Later that evening, MSNBC President Phil Griffin did so, apologizing to Mr. Priebus in a statement that called the tweet “outrageous and unacceptable.”
“We immediately acknowledged that it was offensive and wrong, apologized, and deleted it,” Mr. Griffin wrote. "I personally apologize to Mr. Priebus and to everyone offended.”
He also said the network had “dismissed” the staffer who wrote it. The employee has not been named.
The apology was accepted – sort of. In a memo to RNC staffers, RNC communications director Sean Spicer said the committee is lifting the ban on appearances on MSNBC programming, but also reiterated its overall irritation with the network.
“We will aggressively monitor the network to see whether their pattern of unacceptable behavior actually changes,” Mr. Spicer wrote. “We don’t expect their liberal bias to change, but we will call them out when political commentary devolves into personal and belittling attacks.”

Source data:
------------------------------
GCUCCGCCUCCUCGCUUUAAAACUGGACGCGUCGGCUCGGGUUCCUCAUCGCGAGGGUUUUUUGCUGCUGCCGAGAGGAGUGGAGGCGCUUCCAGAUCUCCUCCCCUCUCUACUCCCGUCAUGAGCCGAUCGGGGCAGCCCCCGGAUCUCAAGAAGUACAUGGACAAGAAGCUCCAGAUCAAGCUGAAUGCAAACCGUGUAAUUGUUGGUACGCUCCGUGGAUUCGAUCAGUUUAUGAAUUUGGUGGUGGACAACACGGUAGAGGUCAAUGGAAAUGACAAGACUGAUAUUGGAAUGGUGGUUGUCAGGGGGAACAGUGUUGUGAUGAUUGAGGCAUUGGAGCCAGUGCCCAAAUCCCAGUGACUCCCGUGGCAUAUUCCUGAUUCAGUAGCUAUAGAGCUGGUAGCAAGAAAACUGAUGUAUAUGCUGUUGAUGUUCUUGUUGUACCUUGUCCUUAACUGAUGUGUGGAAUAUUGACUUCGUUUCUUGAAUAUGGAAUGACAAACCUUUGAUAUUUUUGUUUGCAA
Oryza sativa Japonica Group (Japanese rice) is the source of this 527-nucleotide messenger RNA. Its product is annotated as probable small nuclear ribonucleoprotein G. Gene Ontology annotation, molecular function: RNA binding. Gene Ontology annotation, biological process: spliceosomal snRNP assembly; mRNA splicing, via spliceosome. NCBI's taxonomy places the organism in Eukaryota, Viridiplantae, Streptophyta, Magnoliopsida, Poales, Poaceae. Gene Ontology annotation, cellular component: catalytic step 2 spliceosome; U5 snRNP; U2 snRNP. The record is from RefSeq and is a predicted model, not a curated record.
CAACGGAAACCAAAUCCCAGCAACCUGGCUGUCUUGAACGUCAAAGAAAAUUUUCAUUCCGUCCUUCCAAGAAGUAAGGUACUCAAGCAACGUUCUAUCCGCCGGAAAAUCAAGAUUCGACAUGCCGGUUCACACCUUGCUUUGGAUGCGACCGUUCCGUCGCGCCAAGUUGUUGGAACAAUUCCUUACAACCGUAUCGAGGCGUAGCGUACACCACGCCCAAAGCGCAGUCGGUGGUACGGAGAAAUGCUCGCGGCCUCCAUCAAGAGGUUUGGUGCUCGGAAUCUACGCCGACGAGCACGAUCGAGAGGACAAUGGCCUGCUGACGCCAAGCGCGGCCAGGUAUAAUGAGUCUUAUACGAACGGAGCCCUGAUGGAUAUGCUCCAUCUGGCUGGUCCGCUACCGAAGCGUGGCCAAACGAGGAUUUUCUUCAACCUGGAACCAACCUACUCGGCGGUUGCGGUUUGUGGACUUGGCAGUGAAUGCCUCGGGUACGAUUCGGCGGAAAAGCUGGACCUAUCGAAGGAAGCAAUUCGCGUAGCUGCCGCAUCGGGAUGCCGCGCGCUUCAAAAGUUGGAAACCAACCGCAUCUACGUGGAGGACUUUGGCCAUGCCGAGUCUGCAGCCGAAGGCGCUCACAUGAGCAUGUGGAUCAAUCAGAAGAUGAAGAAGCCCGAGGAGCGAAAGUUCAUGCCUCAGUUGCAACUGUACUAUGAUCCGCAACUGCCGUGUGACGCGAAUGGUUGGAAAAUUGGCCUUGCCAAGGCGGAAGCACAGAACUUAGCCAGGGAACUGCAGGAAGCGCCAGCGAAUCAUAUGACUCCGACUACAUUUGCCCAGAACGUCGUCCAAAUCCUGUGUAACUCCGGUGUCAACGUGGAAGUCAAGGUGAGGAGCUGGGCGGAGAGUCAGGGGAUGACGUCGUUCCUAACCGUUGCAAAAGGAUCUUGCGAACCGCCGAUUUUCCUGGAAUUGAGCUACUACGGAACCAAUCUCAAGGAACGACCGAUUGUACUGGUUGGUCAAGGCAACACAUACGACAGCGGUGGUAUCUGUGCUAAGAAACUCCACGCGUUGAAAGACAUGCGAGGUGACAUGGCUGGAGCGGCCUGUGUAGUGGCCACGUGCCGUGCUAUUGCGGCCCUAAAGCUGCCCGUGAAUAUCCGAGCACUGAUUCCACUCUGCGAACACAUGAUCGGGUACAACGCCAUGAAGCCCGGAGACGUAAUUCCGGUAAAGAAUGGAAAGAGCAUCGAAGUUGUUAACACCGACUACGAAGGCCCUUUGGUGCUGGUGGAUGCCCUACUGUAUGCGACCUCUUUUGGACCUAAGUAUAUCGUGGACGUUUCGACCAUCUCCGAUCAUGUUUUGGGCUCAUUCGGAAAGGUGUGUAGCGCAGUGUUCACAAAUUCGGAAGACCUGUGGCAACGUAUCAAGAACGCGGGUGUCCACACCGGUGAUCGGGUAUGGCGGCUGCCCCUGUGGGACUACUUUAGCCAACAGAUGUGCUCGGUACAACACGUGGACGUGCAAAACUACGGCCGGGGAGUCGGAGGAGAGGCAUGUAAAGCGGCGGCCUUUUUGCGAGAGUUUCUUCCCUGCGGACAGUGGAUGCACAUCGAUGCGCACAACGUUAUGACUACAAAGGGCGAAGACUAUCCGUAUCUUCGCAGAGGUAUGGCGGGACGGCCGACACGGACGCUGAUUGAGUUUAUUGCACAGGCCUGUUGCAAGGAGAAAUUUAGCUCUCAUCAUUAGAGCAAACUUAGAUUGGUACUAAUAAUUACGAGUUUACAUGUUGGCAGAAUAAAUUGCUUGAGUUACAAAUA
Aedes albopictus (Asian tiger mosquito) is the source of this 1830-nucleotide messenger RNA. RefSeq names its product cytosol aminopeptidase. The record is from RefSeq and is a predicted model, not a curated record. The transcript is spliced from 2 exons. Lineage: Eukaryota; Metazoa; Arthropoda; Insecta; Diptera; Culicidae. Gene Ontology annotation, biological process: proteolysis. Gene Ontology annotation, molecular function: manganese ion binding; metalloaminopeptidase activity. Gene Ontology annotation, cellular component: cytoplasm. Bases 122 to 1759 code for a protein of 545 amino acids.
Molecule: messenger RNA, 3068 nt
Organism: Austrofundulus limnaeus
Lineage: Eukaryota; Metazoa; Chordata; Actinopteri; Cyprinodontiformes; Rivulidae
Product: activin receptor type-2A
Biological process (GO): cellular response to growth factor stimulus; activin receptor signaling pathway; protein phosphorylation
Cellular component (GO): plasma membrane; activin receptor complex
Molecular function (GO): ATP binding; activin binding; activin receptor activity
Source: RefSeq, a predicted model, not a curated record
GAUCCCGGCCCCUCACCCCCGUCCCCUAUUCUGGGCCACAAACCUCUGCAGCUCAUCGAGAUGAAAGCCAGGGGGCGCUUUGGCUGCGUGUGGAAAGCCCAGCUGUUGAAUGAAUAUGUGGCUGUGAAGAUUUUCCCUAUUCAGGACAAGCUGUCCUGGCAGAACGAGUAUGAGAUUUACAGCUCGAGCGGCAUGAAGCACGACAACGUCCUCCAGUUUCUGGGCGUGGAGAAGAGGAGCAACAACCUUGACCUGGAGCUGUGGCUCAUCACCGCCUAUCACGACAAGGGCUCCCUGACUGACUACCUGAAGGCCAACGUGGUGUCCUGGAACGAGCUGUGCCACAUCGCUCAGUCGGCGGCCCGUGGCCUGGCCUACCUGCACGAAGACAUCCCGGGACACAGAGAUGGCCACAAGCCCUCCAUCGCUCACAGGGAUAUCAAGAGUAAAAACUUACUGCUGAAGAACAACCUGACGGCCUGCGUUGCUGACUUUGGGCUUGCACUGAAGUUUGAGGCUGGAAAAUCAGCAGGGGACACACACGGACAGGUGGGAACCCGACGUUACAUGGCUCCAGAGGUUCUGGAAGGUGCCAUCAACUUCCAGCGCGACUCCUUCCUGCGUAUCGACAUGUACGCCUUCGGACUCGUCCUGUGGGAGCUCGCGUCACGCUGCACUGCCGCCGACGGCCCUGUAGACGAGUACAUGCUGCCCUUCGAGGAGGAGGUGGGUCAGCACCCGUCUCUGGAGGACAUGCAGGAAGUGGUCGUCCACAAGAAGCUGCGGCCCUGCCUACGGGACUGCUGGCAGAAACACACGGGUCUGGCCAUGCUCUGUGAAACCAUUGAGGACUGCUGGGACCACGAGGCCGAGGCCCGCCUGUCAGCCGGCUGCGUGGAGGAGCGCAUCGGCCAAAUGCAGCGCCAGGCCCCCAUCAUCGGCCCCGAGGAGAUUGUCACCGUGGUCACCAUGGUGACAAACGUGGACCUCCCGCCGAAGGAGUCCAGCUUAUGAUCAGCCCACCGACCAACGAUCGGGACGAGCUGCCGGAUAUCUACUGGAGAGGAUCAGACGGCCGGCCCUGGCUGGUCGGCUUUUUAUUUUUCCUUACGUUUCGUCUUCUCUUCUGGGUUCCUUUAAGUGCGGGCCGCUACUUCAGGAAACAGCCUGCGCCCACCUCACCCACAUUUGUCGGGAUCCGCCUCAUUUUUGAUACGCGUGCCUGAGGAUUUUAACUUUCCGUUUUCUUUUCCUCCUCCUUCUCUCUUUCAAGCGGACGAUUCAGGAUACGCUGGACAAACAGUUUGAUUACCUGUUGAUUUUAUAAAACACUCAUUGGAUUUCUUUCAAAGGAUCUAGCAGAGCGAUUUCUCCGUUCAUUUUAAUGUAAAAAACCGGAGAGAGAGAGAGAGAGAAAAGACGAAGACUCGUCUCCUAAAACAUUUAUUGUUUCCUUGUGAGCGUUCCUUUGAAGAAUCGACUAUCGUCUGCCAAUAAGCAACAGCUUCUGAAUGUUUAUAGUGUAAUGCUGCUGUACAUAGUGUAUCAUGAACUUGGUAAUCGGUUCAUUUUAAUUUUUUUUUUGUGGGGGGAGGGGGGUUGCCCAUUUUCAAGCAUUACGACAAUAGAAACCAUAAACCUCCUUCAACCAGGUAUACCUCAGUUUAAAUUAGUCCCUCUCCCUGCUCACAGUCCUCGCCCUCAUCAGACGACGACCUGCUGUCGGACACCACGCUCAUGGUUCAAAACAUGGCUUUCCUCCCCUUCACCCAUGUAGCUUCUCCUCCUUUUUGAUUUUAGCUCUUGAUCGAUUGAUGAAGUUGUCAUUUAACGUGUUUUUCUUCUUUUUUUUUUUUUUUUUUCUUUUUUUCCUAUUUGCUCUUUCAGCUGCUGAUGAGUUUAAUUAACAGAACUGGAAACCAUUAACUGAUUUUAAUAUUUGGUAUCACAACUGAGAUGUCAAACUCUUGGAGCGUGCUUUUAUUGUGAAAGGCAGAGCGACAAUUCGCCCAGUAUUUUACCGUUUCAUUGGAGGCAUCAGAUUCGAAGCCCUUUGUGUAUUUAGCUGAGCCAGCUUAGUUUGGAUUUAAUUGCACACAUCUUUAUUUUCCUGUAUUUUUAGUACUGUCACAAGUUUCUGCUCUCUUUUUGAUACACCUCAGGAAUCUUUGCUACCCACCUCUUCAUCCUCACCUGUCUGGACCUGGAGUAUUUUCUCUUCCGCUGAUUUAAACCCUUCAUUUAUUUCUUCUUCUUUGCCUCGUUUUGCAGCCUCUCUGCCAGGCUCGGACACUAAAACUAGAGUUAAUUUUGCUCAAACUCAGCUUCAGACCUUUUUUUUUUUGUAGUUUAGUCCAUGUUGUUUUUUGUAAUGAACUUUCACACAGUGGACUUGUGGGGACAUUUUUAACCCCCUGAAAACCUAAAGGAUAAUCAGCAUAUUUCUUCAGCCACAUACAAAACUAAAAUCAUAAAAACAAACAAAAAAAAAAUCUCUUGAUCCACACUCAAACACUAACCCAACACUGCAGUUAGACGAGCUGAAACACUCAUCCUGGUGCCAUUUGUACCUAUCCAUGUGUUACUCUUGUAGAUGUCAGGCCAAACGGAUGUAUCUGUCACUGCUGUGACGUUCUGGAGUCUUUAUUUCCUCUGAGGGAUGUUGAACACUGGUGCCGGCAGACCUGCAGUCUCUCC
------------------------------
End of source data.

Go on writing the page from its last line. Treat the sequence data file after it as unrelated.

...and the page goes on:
The tweeting flap is the latest in a series of scandals for MSNBC, each tied to the outlet’s apparent indecision about how much leeway to give its employees – many of them big, public personalities – in pushing and promoting its left-of-center brand, especially on social media.
In a string of mishaps, the network has expressed disapproval of its employees' swings at the political right, even as it has sought to stake out a slice of partisan territory in the television news-and-commentary market as the liberal antidote to Fox News.
Just before the now-repudiated tweet went out, Griffin had given an interview to The Daily Beast in which he said MSNBC’s coverage is being repackaged as even more analytical, saying he imagined a daily progression of news on the network from less analytical reporting in the morning to the highly partisan talk shows at night. He drew a distinction, though, between promoting an “ideology” and suggesting a “sensibility”; MSNBC’s analytical cadence has and would have the latter, not the former, he said.